Wednesday, 15 June 2022

REVIEW: Matthew Bourne’s The Car Man at the Royal Albert Hall

Having long been a fan of Matthew Bourne’s, I was excited to see the reimagining of Bizet’s Carmen at the iconic Royal Albert Hall for its 150th birthday celebrations. Famously working his magic by modernising operas and ballets to appeal to a wider audience, The Car Man, et in 1960s America at a grubby garage-diner, is a dramatic- and steamy! - thriller. 

A small town named ‘Harmony’ becomes the scene of infidelity and murder when an attractive stranger arrives and stirs the pot, causing devastating scenes. It goes without saying that the New Adventures dancers are at the top of their game, especially when Bourne’s choreography is satisfying in every sense. 

Each dance is fulfilling as it flows into another; duets are followed by ensemble pieces, leading into a solo, then physical theatre, to further the narrative. There are too many stand-out moments to name one, and the pacing ensures that you never bore of the story. Despite working in a small space for such a large cast- Bourne does not cut corners. While in keeping with the original plot and traditional dance styles, he weaves inclusivity, gender fluidity and varied sexual orientation into his work seamlessly.

The set has many levels; the garage and diner on the ground, and another platform that transforms into other rooms or cells. Above these, Designer Lez Brotherston has added large screens which pose as landscapes for the surrounding desolate area, as well as playing videos that aide the storytelling. For every emotional interaction between the lead characters; Dino (Alan Vincent), Lana (Zizi Strallen), Rita (Kayla Collymore), Angelo (Paris Fitzpatrick) and Luca (Will Bozier), their pre-recorded facial expressions are magnified on the screens. Although is more cinematic than you would normally see in live performances, I like how this prevented them from over acting, which could be easily done in such a large venue. They all maintained natural body language throughout their dances without any vital moments getting lost.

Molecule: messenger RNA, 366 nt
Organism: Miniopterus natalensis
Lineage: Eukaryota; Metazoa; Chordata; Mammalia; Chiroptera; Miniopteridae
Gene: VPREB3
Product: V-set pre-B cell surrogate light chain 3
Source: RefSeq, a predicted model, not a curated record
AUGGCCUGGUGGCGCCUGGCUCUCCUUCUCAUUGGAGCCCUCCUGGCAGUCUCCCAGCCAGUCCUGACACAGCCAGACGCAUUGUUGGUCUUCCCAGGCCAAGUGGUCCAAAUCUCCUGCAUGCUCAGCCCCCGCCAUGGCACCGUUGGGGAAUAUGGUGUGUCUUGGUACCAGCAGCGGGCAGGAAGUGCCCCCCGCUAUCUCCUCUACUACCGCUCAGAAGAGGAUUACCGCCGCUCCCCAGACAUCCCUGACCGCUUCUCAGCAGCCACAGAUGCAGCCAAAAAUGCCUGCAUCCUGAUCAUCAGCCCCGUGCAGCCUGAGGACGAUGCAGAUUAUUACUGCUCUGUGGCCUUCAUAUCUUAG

The size of the venue and its wildly high ceilings does take some getting used to. The only drawback of this amazing space is that the dancers must work harder to sustain the attention of the audience who tower above them. The platform is hardly used, and the poles become somewhat of an obstruction to the main stage. When used as an entry and exit to the town, we are drawn in by our proximity to the dancers, and Chris Davey’s lighting design conjuring up a casino or road are truly incredible, so it is a shame that it has not been further integrated. Terry Davies musical direction of the original score shows off the dramatic score and gives you the all-encompassing adoration of live performance that we have craved so dearly for the past 2 years.

Review by Hannah Storey

Rating: ★★★★

Seat: Stalls Row K, Seat 80 | Price of Ticket: £77.50

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